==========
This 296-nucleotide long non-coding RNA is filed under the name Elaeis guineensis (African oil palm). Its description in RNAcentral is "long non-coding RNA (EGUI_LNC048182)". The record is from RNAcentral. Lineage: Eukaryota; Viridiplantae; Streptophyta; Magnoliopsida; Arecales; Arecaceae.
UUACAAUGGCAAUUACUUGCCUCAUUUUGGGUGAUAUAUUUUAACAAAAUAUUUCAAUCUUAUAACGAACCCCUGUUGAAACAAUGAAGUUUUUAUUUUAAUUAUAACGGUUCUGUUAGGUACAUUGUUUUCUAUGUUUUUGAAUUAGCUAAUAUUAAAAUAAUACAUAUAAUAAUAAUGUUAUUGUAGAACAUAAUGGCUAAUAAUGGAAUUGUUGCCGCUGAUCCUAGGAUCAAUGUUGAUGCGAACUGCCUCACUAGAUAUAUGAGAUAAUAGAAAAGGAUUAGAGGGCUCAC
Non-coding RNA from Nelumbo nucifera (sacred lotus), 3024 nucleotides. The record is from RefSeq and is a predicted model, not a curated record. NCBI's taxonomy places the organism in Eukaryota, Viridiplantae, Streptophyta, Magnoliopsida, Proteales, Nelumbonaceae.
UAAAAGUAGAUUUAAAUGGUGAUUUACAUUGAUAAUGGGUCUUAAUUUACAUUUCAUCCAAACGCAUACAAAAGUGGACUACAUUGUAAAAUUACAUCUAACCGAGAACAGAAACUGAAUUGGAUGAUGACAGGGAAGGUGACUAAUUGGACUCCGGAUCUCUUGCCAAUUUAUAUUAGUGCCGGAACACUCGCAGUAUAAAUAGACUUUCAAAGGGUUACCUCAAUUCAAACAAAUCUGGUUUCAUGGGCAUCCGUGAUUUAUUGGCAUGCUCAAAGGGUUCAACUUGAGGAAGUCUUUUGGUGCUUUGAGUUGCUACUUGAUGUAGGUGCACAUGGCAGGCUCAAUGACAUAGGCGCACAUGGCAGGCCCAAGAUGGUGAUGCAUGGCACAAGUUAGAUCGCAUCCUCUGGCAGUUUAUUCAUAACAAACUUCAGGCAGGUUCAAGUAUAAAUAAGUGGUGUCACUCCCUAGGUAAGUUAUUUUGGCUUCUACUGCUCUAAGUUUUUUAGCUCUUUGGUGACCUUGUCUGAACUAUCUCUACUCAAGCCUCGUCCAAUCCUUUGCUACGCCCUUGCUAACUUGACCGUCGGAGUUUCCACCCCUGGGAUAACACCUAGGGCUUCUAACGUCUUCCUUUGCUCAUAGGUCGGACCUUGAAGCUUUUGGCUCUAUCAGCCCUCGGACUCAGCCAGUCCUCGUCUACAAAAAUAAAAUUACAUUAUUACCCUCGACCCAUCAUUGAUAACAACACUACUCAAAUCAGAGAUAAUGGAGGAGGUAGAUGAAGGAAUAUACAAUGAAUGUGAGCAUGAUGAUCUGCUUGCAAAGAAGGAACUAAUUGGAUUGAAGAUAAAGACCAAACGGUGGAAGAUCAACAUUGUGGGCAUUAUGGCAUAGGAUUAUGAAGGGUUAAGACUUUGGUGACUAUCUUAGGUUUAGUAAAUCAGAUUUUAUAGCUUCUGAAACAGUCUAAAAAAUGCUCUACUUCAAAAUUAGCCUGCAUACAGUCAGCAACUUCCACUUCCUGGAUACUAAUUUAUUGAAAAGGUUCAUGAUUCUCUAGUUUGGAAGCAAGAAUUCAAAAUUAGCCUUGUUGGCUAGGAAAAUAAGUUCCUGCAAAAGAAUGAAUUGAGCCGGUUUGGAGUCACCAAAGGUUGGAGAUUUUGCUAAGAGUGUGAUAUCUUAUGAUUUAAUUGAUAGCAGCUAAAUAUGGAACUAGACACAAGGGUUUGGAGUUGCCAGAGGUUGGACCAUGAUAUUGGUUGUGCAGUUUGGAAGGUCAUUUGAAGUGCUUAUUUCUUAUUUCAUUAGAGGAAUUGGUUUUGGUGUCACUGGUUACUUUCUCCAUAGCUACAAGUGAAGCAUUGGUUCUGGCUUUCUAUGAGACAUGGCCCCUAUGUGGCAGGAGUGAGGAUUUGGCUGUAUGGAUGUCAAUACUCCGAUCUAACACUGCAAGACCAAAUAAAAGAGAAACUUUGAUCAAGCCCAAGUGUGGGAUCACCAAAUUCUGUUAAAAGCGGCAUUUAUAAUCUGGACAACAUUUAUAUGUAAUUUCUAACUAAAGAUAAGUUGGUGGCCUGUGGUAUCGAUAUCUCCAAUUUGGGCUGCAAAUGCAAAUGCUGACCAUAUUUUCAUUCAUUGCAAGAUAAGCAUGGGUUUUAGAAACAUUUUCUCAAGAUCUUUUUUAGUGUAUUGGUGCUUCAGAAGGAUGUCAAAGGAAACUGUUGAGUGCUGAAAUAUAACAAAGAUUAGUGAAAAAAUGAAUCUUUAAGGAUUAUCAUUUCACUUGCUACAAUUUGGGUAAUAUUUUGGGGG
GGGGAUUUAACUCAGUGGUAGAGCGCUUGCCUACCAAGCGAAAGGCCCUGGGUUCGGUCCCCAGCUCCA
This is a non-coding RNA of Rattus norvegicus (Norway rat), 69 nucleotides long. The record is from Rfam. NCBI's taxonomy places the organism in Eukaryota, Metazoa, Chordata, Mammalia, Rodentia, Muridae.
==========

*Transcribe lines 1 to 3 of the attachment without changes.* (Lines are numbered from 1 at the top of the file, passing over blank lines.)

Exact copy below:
This 296-nucleotide long non-coding RNA is filed under the name Elaeis guineensis (African oil palm). Its description in RNAcentral is "long non-coding RNA (EGUI_LNC048182)". The record is from RNAcentral. Lineage: Eukaryota; Viridiplantae; Streptophyta; Magnoliopsida; Arecales; Arecaceae.
UUACAAUGGCAAUUACUUGCCUCAUUUUGGGUGAUAUAUUUUAACAAAAUAUUUCAAUCUUAUAACGAACCCCUGUUGAAACAAUGAAGUUUUUAUUUUAAUUAUAACGGUUCUGUUAGGUACAUUGUUUUCUAUGUUUUUGAAUUAGCUAAUAUUAAAAUAAUACAUAUAAUAAUAAUGUUAUUGUAGAACAUAAUGGCUAAUAAUGGAAUUGUUGCCGCUGAUCCUAGGAUCAAUGUUGAUGCGAACUGCCUCACUAGAUAUAUGAGAUAAUAGAAAAGGAUUAGAGGGCUCAC
Non-coding RNA from Nelumbo nucifera (sacred lotus), 3024 nucleotides. The record is from RefSeq and is a predicted model, not a curated record. NCBI's taxonomy places the organism in Eukaryota, Viridiplantae, Streptophyta, Magnoliopsida, Proteales, Nelumbonaceae.